originally posted by Nick Vance on November 17, 2012
The West Virginia Association of Physician Assistants (WVAPA) and the American Association of Physician Assistants (AAPA) should be very proud of recent accomplishments in West Virginia for two major pieces of legislation just enacted by the West Virginia Legislature.
With much hard work and cooperation with lawmakers, Governor Earl Ray Tomblin's administration and the medical boards, physician assistants have made great strides to provide quality enhanced medical care to patients.
A general description of the two bills is provided below. They include the appointment by the Governor of a PA to the WV Board of Osteopathic Medicine for the very first time, and the expanded annual prescriptive authority of a PA for chronic diseases - as well as the ability to regularly prescribe anticoagulants. There is no change in prescribing of controlled substances.
Both bills have been signed into law. HB 4239 is awaiting appointment from the Governor's office of the two new members to the Board of Osteopathic Medicine. SB 535 is awaiting rules for both the Board of Medicine and the Board of Osteopathic Medicine. The following provides important details for each bill.
HB 4239 Morgan (relating to West Virginia Board of Osteopathy; increasing board membership; increasing the term length; adding certain requirements to qualify to serve on the board)
This bill changes the name of the Board of Osteopathy to the Board of Osteopathic Medicine. More importantly, the bill adds an additional osteopathic physician to the three osteopathic physicians already on the board and adds a new osteopathic physician assistant for the first time to the board. All board member terms are increased from 3 to 5 years. Other provisions are "modernized." This bill was supported by the WV Association of Physician Assistants, WV Academy of Family Physicians and the current Board of Osteopathy. Completed legislation; Signed into law. Awaiting appointment by Governor's office the new physician and physician assistant member. Click here for more details.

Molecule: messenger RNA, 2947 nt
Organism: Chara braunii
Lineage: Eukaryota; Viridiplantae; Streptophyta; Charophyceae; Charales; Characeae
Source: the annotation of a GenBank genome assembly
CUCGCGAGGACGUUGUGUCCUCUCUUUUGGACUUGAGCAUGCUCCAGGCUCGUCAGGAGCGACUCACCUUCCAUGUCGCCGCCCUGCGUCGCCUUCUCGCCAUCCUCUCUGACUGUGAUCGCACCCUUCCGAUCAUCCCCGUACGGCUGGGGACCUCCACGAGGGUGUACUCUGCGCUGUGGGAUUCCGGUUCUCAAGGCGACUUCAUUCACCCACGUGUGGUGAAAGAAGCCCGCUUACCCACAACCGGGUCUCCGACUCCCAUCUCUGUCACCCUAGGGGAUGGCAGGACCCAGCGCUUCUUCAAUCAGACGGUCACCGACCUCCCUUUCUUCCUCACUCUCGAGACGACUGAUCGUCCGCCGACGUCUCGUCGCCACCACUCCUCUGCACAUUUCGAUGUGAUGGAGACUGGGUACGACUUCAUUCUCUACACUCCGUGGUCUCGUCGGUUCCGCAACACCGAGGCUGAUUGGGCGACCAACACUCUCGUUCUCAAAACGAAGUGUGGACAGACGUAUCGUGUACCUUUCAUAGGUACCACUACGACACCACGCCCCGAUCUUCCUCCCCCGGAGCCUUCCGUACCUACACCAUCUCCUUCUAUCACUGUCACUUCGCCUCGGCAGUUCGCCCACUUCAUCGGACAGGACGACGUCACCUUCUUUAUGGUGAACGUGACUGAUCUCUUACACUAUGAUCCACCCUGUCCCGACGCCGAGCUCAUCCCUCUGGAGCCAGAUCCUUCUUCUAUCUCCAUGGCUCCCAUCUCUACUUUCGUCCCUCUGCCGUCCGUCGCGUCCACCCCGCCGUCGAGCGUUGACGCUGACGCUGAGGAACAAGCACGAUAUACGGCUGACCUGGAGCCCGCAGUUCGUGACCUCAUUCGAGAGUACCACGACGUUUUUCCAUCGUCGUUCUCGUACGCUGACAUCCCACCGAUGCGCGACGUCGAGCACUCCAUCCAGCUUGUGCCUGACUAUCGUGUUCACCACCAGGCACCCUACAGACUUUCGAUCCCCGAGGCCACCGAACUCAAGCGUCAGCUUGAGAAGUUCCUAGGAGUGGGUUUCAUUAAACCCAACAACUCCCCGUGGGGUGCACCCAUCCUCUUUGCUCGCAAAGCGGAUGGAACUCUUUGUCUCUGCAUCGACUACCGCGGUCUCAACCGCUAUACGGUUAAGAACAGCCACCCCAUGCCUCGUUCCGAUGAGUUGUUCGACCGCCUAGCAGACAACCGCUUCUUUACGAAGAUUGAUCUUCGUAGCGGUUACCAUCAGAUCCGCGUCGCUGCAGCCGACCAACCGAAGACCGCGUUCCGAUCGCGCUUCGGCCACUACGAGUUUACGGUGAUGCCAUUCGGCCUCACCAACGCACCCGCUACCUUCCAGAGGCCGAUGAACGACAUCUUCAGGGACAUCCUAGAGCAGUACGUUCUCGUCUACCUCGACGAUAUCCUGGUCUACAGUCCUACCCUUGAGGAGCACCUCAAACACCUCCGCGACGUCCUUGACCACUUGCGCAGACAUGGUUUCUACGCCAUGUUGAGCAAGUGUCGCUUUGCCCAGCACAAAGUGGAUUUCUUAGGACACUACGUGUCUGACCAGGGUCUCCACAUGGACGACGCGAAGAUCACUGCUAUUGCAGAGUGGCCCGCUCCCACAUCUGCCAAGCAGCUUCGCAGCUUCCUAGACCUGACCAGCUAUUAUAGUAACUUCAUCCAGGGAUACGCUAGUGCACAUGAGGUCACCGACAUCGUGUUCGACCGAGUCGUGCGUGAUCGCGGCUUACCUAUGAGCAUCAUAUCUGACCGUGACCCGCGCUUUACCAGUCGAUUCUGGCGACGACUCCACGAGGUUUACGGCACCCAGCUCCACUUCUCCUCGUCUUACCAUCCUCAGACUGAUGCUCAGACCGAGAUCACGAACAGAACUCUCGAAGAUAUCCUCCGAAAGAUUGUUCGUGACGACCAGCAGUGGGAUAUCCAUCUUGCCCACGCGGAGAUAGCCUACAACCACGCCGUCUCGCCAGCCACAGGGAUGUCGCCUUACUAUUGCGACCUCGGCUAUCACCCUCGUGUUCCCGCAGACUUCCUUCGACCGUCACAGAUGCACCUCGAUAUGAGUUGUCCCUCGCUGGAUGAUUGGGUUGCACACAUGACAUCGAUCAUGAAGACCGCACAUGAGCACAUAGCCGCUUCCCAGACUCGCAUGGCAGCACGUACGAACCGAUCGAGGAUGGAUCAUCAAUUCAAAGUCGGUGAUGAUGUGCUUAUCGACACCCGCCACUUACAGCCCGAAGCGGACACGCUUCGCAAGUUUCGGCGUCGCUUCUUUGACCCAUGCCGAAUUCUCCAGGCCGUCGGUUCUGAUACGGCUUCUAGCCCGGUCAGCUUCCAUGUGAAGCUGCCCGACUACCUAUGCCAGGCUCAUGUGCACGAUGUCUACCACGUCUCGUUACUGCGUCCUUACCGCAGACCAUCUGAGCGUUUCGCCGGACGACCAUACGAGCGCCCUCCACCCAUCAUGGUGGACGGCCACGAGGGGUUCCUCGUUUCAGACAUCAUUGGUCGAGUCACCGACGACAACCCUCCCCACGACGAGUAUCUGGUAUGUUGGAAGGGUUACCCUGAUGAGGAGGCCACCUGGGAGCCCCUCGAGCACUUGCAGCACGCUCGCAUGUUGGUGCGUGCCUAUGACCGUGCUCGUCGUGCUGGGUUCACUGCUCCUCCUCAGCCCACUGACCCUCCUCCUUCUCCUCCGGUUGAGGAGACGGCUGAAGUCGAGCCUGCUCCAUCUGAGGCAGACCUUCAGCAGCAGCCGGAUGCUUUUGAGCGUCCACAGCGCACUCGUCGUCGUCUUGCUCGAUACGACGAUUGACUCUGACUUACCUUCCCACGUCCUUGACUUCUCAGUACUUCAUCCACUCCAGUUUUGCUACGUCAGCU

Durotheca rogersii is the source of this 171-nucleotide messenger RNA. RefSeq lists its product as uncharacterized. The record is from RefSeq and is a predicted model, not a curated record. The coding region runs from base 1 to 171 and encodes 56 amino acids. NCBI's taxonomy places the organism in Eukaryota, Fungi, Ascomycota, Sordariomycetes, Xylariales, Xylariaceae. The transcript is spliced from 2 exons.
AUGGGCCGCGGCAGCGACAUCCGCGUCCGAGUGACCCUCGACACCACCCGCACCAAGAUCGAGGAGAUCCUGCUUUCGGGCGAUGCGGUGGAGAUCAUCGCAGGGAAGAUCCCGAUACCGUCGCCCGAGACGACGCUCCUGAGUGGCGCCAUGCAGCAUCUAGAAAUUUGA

SB 535 Stollings (expands prescriptive authority for chronic diseases by physician assistants and advanced practice registered nurses)
The bill is intended to increase patient access to primary care providers. It permits prescribing medications for treatment of chronic conditions for annual supplies of any medications other than controlled substances by PAs and APRNs. Rules must be promulgated by the Board of Medicine and the Board of Osteopathic Medicine for licensed PAs under supervision by a physician and by the Board of Registered Nurses for APRNs in a collaborative relationship with a physician. “Chronic Condition” is defined as a condition which last 3 months or more, generally cannot be prevented by vaccines, can be controlled but not cured by medication and does not generally disappear. These conditions include, but are not limited to arthritis, asthma, cardiovascular disease, cancer, diabetes, epilepsy and seizures, and obesity. The treated chronic disease must be noted on the prescription. Also allows regular prescribing of anticoagulants which are currently not allowed for PAs and APRNs. Current prohibitions for Schedule II and limits on Schedule III drugs are maintained. Completed legislation; Enacted after 90 days from passage. Awaiting rules to be promulgated by the Board of Osteopathic Medicine and Board of Medicine. Click here for more details.
Nicholas Vance MPAS, PA-C, NREMT-P